Orthopedics and Rehabilitation Center - Sports Medicine Program
192 Tilley Drive
South Burlington, VT 05403-4440
Platelet-rich plasma (PRP) therapy is a treatment for patients who suffer from chronic pain due to tendon injuries or osteoarthritis. The goal of PRP is to use platelets from your own blood to rebuild damaged tendons or cartilage. PRP offers pain relief and even speeds the healing process. The University of Vermont Medical Center is the only academic medical center in northern Vermont to offer PRP treatment.
Platelet-Rich Plasma (PRP) Therapy in Burlington, VT
Athletes and other active individuals turn to the sports medicine specialists at the UVM Medical Center for expert, personalized care for joint and muscle problems. We are one of the only centers in the region to offer PRP, a nonsurgical procedure to treat chronic pain. Features of our care include:
Experience and expertise
Our team includes board-certified orthopedists and sports medicine physicians. In addition, we have skilled phlebotomists (medical professionals who specialize in collecting blood samples). We work together to ensure your PRP procedure is smooth, safe and effective.
Before your procedure, we meet with you for an evaluation. During your appointment, we discuss your symptoms and previous treatments. We confirm your diagnosis so we can make sure this treatment will give you optimal results.
On-site rehab services
We provide everything you need right here at our facility. After your procedure, our physical therapy and rehabilitation teams will help you regain your strength and function.
Your care doesn't end when the procedure is over. After your PRP treatment, we monitor you closely during the next few months. Together, we determine if the treatment was effective or if you need a second procedure.
PRP: Am I a Candidate?
You may be wondering if you are a candidate for PRP therapy. When you come to meet with our team for an evaluation, we can determine if PRP therapy is right for you.
You may be a candidate for PRP if:
- You have a type of tendinopathy, which is degenerative change or small tears in the tendons, the tough fibers connecting muscle to bone. Repetitive activities can often cause tendinopathy:
- Tennis elbow (lateral epicondylosis), an overuse degenerative changeof the tendons that connect the forearm muscles to the elbow.
- Jumper's knee (patellar tendinosis), an injury that affects the tendon connecting your kneecap to your shinbone. It is common in athletes who participate in jumping sports, like basketball.
- Achilles tendinosis, an overuse degenerative changeof the Achilles tendon (the largest tendon in the body), which connects the calf muscle to the heel bone.
- Gluteus medius tendinosis, an overuse change to the tendons in the gluteus medius. This is one of the three large muscles connecting your gluteal (buttock) muscles to your hipbone.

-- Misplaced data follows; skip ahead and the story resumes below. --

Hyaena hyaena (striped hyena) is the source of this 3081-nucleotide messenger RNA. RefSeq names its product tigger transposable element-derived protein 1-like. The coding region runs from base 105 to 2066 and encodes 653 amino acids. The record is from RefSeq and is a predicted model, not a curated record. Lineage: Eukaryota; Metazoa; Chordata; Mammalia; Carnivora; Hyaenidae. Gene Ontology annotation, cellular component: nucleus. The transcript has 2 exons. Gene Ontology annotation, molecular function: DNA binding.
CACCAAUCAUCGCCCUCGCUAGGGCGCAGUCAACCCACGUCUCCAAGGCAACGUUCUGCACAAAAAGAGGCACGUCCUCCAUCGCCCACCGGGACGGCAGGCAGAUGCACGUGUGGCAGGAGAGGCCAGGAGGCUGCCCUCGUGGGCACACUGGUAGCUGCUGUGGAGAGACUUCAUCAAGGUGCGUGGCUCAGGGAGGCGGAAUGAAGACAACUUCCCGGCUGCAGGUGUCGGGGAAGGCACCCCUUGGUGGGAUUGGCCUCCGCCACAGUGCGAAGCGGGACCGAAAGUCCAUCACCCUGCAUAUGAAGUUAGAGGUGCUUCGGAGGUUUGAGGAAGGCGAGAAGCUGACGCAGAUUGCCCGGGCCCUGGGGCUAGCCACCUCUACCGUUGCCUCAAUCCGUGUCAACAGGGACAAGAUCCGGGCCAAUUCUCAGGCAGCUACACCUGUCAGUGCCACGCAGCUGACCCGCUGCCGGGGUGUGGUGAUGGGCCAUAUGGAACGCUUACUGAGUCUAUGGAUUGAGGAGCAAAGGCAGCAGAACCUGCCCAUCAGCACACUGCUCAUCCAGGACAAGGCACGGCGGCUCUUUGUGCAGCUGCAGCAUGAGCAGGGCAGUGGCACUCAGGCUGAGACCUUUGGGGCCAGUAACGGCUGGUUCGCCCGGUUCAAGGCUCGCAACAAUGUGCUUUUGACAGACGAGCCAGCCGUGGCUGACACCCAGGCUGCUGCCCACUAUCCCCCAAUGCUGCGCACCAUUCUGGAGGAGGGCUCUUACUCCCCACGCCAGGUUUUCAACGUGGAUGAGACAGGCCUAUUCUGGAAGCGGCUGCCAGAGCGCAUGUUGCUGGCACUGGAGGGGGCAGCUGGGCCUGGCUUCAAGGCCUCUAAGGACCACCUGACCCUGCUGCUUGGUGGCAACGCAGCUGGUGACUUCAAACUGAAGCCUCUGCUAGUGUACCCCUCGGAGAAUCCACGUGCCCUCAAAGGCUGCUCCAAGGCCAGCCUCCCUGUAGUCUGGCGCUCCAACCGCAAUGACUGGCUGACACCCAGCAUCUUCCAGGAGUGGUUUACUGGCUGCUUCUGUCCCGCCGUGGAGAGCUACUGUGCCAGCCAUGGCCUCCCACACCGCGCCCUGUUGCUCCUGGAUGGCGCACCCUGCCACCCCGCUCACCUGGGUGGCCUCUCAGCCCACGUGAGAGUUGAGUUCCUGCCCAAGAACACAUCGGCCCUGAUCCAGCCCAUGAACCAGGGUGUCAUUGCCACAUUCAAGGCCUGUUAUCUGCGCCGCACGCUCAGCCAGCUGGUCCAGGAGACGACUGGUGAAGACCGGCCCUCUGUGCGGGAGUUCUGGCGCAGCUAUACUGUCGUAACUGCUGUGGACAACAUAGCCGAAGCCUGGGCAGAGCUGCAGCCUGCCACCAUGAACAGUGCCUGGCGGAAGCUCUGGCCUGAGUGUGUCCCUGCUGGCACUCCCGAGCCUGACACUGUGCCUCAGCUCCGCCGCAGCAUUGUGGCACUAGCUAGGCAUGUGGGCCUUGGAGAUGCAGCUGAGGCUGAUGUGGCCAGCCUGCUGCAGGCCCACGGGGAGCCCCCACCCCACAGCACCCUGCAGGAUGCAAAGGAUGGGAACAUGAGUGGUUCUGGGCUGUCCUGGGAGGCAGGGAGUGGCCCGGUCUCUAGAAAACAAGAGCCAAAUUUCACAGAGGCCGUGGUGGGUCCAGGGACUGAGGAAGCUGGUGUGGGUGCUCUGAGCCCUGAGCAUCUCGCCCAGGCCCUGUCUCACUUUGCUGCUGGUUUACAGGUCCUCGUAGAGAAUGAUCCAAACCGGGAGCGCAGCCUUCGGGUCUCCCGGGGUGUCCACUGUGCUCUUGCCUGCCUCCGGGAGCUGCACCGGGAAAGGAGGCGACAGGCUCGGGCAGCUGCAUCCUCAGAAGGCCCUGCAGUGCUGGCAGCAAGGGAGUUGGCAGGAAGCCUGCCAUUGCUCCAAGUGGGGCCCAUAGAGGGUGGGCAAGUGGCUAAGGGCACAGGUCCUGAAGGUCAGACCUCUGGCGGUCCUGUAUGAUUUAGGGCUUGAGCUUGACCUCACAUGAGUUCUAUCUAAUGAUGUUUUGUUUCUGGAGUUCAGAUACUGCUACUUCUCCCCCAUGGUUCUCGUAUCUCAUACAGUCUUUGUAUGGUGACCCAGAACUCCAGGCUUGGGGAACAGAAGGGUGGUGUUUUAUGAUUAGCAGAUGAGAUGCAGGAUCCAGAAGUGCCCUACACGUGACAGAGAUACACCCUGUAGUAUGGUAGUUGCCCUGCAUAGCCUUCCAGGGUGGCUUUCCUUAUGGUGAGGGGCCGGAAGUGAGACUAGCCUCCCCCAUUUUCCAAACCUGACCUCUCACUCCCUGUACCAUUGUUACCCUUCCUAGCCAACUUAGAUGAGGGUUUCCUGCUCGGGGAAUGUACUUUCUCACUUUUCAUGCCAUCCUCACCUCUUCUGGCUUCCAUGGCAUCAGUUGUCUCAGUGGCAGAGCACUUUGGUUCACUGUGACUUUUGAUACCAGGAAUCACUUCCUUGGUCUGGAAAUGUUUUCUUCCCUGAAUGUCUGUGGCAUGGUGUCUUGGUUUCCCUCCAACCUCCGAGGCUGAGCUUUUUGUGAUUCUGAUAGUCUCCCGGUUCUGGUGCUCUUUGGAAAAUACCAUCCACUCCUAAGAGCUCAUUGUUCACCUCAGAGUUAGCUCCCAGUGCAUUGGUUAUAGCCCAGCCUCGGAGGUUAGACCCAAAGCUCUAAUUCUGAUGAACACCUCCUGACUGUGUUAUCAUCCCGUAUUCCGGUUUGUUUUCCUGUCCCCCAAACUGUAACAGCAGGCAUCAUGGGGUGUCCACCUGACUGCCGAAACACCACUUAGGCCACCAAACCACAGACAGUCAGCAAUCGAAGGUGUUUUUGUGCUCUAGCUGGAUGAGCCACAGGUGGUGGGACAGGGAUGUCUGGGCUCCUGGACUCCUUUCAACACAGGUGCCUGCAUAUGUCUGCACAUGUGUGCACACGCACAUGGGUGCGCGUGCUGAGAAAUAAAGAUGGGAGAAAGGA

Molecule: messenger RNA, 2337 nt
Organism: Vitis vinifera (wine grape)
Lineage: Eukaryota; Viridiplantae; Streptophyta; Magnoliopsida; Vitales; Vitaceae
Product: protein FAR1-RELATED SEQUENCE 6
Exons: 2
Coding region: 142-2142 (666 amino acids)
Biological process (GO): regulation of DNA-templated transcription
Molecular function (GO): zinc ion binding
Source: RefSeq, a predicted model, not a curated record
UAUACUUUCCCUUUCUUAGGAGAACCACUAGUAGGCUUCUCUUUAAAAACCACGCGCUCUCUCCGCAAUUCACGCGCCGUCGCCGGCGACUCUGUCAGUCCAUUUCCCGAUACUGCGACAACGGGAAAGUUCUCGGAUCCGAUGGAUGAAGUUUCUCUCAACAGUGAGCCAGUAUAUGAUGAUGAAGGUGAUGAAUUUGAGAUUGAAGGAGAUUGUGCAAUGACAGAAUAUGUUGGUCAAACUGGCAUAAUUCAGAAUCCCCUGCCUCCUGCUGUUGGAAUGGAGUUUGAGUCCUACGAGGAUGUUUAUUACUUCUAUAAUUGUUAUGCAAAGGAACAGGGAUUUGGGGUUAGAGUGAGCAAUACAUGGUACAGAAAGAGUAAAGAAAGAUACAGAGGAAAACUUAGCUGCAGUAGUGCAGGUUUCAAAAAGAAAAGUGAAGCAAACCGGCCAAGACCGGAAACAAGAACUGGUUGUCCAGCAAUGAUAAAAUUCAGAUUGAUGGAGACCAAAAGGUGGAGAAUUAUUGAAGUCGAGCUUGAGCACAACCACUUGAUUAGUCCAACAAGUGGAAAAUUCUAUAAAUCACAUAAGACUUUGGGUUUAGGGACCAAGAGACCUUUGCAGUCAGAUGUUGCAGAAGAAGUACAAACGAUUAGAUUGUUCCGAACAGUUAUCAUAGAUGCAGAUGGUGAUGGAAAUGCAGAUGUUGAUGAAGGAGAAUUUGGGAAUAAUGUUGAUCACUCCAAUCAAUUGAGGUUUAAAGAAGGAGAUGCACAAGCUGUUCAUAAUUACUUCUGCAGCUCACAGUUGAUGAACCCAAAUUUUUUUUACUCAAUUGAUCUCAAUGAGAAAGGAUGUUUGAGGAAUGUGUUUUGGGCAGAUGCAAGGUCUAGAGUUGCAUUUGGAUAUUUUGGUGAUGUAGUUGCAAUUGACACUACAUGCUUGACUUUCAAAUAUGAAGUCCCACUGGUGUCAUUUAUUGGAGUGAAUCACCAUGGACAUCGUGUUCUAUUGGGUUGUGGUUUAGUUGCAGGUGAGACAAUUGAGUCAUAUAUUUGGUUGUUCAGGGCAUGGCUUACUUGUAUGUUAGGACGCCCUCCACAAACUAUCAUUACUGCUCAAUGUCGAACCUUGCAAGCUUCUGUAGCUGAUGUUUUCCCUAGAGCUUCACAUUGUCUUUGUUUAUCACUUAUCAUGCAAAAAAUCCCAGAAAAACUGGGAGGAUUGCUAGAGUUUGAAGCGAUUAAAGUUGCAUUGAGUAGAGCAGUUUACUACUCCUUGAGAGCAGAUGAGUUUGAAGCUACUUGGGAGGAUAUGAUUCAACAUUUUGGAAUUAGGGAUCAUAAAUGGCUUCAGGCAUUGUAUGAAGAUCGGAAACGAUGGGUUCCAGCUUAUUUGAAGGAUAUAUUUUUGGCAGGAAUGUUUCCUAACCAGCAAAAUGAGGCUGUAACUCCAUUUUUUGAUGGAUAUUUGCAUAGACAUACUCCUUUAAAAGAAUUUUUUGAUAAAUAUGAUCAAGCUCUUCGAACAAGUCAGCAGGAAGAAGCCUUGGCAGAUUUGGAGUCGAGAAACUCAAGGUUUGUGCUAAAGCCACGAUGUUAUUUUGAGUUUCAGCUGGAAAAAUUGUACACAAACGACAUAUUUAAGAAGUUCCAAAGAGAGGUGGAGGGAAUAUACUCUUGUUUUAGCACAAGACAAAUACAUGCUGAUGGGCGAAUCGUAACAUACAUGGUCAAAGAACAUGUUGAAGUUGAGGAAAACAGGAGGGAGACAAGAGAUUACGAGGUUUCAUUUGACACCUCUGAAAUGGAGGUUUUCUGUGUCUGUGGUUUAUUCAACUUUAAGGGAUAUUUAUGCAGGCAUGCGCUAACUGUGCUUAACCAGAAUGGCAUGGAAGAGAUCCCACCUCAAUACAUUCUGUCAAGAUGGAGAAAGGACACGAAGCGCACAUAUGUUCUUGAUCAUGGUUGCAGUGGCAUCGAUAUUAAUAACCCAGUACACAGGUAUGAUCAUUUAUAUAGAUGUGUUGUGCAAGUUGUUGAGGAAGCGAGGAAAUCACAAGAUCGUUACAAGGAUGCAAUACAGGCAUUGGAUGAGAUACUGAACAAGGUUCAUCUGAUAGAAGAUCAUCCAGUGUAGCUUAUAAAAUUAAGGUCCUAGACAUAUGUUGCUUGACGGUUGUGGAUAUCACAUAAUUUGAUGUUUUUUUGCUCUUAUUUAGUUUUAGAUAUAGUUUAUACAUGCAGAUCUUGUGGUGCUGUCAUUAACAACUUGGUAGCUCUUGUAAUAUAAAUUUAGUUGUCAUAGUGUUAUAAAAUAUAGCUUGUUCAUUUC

- Rotator cuff tendinosis, an overuse degenerative change to the tendons around the shoulder.
- You have knee osteoarthritis/degenerative joint disease.
- Your problem is chronic. PRP is not an emergency treatment for sudden pain. Candidates for PRP usually have had ongoing, chronic pain for at least three months.
- You've tried other treatments without success. If you are experiencing joint pain, you should try other treatment options for at least three months. These include physical therapy, hand therapy, forearm straps and bracing.
- You haven't had cortisone. If you were using cortisone injections as a treatment, your last one must be at least three months before your PRP procedure.
PRP: What to Expect
Generally, you undergo a single PRP procedure. After three month, we evaluate you to decide whether you need a second procedure. If there has been no significant response or improvement, you may need to undergo PRP again.
Here's what to expect during the procedure:
- Our experienced phlebotomists draw your blood
- We place the blood in a centrifuge, a specialized machine that separates parts of the blood.
- The centrifuge separates the platelets.
- We then inject the platelet-rich plasma into the damaged part of your tendon or cartilage. We use ultrasound technology to guide the injection to the precise location.
- You follow a rehabilitation program, usually involving a period of rest and physical therapy.
- After three months, we evaluate you to determine if the procedure worked or if you need another treatment.
Recovery and Rehabilitation after PRP
The University of Vermont Medical Center offers on-site physical therapy and hand therapy. Talk to your physician about scheduling your rehabilitative care with our expert team. Our physicians and therapists work closely with you to create a rehab plan that fits your needs. Learn more about outpatient therapy at the UVM Medical Center.
Request an appointment online or call us at 802-847-2663.